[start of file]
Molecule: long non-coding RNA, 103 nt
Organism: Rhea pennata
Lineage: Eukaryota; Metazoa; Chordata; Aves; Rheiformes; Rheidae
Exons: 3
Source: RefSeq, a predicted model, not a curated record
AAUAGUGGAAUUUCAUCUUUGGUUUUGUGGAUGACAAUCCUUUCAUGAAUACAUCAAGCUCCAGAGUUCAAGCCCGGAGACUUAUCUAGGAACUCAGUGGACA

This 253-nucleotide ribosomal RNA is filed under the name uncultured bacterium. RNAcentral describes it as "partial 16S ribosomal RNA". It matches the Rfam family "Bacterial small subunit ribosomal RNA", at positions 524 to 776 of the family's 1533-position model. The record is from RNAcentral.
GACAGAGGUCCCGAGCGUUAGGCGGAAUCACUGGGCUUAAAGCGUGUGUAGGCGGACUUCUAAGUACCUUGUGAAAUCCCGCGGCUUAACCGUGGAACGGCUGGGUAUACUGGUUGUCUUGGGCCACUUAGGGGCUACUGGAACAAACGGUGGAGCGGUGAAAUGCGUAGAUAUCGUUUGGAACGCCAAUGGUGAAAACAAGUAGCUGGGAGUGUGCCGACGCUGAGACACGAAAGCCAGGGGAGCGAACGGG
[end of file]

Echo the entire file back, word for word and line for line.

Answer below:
Molecule: long non-coding RNA, 103 nt
Organism: Rhea pennata
Lineage: Eukaryota; Metazoa; Chordata; Aves; Rheiformes; Rheidae
Exons: 3
Source: RefSeq, a predicted model, not a curated record
AAUAGUGGAAUUUCAUCUUUGGUUUUGUGGAUGACAAUCCUUUCAUGAAUACAUCAAGCUCCAGAGUUCAAGCCCGGAGACUUAUCUAGGAACUCAGUGGACA

This 253-nucleotide ribosomal RNA is filed under the name uncultured bacterium. RNAcentral describes it as "partial 16S ribosomal RNA". It matches the Rfam family "Bacterial small subunit ribosomal RNA", at positions 524 to 776 of the family's 1533-position model. The record is from RNAcentral.
GACAGAGGUCCCGAGCGUUAGGCGGAAUCACUGGGCUUAAAGCGUGUGUAGGCGGACUUCUAAGUACCUUGUGAAAUCCCGCGGCUUAACCGUGGAACGGCUGGGUAUACUGGUUGUCUUGGGCCACUUAGGGGCUACUGGAACAAACGGUGGAGCGGUGAAAUGCGUAGAUAUCGUUUGGAACGCCAAUGGUGAAAACAAGUAGCUGGGAGUGUGCCGACGCUGAGACACGAAAGCCAGGGGAGCGAACGGG